27 July 2012
North Korea's Missing Man: The Post-Kim Jong-il Era Begins In Earnest
The sudden removal of a top party member and guardian of the Kim family legacy suggests that the leadership of North Korea is now in uncharted waters. Is Kim Jong-un becoming increasingly assertive or is there a new power behind the throne?
By Scott Synder for Council on Foreign Relations (CFR)
The North Korean announcement of Vice Marshal Ri Yong-ho's July 15 removal from all posts due to "illness" at a meeting of the General Political Bureau of the Central Committee "deal with the organizational issue" is the first purge of a senior figure in North Korea since Kim Jong-un assumed his father's posts last April. It is all the more striking because Ri Yong-ho's ascension to the top rung of power at North Korea's September 2010 party conference placed him as the apparent guardian of the plan to implement a transition to a third generation of Kim family leadership.
The New York Times described Ri as Kim Jong-un's "mentor," but I thought of him primarily as the executor of Kim Jong Il's last will and testament regarding leadership succession. Ri's central placement between Kim Jong-il and Kim Jong-un in the photo from the September 2010 party conference suggested that he was the glue that would hold it all together.
With Ri's removal, either Kim Jong-un has kicked off the training wheels by ditching his mentor or his departure marks the consolidation of some other power behind the throne. Neither possibility will be immediately reassuring to external observers. More significantly, however, it is not at all clear that this is what Kim Jong-il had in mind when he set the party leadership hierarchy prior to his death. If the removal of Ri Yong-ho is indeed a deviation from Kim Jong-il's plans for succession, then the leadership is now in uncharted waters.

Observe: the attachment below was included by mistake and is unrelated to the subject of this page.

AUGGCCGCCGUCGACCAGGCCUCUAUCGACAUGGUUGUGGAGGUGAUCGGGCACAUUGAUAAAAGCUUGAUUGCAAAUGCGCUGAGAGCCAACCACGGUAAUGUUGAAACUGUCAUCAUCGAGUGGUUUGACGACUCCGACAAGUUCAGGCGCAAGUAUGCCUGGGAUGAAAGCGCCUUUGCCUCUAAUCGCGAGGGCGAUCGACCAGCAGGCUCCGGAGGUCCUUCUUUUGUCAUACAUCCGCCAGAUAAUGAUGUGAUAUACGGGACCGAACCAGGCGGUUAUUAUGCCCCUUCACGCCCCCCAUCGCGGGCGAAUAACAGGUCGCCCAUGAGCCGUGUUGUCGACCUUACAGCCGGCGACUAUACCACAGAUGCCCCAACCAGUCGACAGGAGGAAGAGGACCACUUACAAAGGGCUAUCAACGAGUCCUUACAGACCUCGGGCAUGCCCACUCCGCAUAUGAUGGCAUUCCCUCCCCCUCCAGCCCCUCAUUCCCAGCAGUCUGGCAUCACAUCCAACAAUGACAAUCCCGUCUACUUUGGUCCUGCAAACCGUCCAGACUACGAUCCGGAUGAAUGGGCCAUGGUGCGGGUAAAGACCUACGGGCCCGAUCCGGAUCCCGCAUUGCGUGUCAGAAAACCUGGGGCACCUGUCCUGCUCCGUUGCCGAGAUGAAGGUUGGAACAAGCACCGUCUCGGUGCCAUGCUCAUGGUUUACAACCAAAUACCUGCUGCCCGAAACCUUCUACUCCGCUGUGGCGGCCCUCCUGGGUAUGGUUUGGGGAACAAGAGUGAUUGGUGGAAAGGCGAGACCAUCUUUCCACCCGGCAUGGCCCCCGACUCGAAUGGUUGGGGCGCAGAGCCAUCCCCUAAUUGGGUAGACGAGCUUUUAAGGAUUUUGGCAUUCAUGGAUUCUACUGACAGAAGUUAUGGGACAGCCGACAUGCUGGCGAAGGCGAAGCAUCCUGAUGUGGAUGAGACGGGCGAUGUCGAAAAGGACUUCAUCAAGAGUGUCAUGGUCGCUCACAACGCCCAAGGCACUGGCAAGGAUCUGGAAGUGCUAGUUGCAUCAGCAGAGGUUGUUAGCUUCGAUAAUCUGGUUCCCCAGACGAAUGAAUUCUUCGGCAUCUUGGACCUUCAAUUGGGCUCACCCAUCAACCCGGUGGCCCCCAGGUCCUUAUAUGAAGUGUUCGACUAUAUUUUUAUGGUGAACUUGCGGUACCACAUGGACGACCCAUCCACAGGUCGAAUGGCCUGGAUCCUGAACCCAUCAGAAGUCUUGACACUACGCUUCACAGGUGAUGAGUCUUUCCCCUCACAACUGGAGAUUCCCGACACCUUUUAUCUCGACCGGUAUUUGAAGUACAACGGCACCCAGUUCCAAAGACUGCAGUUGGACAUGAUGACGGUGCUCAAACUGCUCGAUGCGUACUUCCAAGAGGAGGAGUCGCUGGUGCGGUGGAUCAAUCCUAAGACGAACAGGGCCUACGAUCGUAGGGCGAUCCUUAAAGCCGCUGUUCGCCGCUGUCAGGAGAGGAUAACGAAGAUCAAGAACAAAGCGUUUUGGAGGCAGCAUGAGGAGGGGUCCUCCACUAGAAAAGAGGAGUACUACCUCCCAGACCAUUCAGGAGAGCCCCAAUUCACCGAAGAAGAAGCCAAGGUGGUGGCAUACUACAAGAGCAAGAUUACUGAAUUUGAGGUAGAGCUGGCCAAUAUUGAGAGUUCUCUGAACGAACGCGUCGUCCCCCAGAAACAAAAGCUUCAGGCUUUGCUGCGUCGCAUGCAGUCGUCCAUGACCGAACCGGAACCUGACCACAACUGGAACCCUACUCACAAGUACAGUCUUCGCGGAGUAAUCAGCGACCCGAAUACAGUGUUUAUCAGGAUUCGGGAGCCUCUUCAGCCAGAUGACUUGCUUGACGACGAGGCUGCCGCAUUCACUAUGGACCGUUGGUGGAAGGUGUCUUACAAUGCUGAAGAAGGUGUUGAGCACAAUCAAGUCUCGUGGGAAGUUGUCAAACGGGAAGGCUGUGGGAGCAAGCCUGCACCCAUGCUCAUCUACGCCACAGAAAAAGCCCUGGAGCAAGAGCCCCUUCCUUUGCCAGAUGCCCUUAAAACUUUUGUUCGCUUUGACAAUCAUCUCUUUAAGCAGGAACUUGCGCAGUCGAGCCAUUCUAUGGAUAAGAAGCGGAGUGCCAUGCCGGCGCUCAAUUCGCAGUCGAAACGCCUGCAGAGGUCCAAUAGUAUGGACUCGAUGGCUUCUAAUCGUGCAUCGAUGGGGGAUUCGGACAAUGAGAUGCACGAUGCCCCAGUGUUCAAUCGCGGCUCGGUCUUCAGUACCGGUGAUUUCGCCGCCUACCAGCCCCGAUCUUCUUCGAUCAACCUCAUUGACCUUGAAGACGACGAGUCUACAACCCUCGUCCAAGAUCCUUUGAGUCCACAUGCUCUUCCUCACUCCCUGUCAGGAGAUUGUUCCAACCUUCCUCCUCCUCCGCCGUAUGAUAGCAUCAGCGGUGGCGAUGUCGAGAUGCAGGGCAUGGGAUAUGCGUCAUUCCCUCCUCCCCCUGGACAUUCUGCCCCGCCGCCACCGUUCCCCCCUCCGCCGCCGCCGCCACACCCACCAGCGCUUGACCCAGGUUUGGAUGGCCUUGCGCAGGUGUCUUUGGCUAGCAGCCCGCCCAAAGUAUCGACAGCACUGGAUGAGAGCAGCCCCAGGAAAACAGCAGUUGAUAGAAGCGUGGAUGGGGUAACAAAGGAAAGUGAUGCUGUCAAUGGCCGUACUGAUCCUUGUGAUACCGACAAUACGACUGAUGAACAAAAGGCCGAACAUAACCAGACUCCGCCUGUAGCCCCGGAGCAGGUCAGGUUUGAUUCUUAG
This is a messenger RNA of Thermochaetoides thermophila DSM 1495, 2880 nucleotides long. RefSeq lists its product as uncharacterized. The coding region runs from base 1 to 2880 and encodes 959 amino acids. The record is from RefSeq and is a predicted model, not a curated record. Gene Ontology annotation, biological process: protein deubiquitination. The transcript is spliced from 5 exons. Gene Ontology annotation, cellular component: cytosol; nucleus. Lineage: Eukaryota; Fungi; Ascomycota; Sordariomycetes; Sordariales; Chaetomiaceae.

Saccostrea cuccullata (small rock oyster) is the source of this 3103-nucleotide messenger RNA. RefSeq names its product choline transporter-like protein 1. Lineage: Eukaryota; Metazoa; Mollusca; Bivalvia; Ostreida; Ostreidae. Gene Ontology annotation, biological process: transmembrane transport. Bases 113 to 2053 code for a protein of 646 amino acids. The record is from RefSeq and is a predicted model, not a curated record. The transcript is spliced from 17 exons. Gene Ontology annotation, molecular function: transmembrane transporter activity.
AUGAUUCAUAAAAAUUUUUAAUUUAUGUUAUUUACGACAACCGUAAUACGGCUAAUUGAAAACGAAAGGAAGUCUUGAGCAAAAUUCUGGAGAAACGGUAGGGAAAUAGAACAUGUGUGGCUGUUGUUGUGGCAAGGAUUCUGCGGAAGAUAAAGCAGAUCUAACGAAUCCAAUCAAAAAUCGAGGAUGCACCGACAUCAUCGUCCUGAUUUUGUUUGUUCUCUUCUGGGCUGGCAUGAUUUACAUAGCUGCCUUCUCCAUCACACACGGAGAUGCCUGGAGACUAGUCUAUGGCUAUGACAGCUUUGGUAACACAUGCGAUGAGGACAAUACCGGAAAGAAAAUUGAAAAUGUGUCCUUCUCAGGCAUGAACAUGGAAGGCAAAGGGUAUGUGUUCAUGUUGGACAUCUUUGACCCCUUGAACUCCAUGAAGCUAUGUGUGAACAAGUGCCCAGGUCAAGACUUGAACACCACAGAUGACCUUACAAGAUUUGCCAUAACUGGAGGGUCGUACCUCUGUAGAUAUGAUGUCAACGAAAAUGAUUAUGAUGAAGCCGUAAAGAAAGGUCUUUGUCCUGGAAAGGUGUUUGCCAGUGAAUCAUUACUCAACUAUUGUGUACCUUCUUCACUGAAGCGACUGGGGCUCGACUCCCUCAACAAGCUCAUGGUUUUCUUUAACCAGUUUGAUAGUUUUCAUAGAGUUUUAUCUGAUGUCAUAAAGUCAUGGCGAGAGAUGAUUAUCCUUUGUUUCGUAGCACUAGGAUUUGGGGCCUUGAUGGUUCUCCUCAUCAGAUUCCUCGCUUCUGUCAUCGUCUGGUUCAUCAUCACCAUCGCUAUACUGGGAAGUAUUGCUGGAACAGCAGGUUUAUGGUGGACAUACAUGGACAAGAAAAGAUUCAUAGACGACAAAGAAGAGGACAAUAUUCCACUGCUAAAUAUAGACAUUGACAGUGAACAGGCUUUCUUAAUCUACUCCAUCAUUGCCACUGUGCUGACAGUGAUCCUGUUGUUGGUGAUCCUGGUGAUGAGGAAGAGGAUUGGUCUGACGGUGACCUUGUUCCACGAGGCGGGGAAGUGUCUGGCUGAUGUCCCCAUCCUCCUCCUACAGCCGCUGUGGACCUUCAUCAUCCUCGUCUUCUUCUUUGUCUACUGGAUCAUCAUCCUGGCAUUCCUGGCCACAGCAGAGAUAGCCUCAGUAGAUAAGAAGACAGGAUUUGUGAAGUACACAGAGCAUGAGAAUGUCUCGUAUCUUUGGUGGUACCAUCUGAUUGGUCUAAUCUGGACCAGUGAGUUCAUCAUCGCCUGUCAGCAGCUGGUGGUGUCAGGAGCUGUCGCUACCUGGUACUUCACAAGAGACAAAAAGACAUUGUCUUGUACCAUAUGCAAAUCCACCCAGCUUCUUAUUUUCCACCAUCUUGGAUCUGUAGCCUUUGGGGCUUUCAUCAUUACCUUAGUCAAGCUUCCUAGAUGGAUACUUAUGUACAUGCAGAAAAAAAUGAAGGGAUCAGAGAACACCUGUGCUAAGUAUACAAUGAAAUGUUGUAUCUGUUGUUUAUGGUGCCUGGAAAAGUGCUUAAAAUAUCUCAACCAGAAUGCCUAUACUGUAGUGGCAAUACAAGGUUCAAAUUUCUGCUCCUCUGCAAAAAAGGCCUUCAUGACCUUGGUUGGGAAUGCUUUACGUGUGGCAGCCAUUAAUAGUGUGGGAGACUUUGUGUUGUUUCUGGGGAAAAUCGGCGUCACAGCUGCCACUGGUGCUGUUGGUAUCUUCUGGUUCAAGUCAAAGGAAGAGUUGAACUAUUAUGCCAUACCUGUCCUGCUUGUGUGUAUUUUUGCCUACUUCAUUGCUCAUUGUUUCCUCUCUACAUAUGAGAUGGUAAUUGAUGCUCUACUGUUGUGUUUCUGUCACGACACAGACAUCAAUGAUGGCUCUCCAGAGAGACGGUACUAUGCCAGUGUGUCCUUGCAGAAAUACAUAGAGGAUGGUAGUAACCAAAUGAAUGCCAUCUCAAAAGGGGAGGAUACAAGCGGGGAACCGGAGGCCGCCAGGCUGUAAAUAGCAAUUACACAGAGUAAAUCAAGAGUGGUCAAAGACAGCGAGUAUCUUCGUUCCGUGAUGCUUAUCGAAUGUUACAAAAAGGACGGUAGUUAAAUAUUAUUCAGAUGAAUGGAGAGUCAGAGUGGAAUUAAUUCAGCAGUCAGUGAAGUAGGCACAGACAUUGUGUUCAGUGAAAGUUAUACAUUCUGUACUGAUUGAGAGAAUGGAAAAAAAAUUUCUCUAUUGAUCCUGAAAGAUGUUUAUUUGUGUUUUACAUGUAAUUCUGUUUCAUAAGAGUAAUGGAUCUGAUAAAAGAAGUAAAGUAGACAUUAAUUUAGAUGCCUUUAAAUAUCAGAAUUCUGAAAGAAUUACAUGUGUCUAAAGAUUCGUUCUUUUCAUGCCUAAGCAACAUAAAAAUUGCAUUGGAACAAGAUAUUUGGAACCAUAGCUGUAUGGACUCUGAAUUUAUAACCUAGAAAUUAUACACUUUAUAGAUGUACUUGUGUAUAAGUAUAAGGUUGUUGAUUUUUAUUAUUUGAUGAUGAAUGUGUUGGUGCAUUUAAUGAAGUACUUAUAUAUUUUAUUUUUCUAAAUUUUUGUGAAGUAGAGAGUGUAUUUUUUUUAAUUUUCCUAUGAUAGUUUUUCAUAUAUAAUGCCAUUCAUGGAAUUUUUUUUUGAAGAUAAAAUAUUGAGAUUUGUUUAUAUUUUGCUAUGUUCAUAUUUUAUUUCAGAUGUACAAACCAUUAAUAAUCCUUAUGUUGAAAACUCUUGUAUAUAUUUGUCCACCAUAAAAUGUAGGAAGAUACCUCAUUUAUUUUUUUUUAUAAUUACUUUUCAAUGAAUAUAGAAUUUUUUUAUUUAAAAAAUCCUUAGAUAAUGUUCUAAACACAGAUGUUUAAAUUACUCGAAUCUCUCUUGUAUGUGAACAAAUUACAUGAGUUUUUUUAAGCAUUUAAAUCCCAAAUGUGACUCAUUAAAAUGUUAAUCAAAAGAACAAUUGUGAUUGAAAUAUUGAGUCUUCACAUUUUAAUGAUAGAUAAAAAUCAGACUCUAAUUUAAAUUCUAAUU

Ri's removal will invite new scrutiny of North Korean leadership stability and cohesiveness, and once again raises uncertainty regarding the future of the regime. If the guardian of the succession and one of Kim Jong-il's eight pallbearers can be removed exactly one week after having joined top luminaries in a ceremony on the anniversary of Kim-il Sung's death and after having accompanied Kim Jong-un on at least half of his public appearances since his father's death almost seven months ago, who else among Ri's support network might be at risk? Is the purge of Ri Yong-ho the beginning of the end of stability in North Korea or is it the end of the beginning (i.e., a sign that power has been consolidated, at least for the time being)?
The fact that this purge was announced as a result of a party political bureau meeting, and not as a result of a violent coup attempt or other mischief, suggests that this is a power play and not (yet) a sign of disintegration or loss of political control. Speculation will run primarily to Jang Song-taek as the author of such a consolidation of power, especially following the appointment of Jang's long-time confidant Choe Ryong-hae as a Vice Marshal last April in a move that may have sparked direct conflict with Ri. With Choe atop the military and Ri Yong-ho gone, has Jang asserted his control behind the throne?
If Jang has eliminated Ri Yong-ho from power, whether or not this development is good for Kim Jong-un is ultimately a family matter among uncle Jang, aunt Kim Gyong-hui, and nephew Kim Jong-un. If Jang replaces Ri in the role of caretaker and power broker for Kim Jong-un and if he and his ally Choe Ryong-hae can tame the military, Kim Jong-un may be strengthened by these developments. But if Ri Yong-ho's removal sparks new challenges or incites rivalries at the top of the North Korean leadership, North Korea may become a truly volatile and unpredictable source of instability at a time when election-focused South Korea and the United States can least afford a North Korean crisis.
For additional reading on this topic please see:
North Korean Succession and the Risks of Instability
Predictions on Power Structure and Policy Changes of the Kim Jong-un Regime
North Korea after Kim Jong-il: Still Dangerous and Erratic
Copyright Council on Foreign Relations (CFR)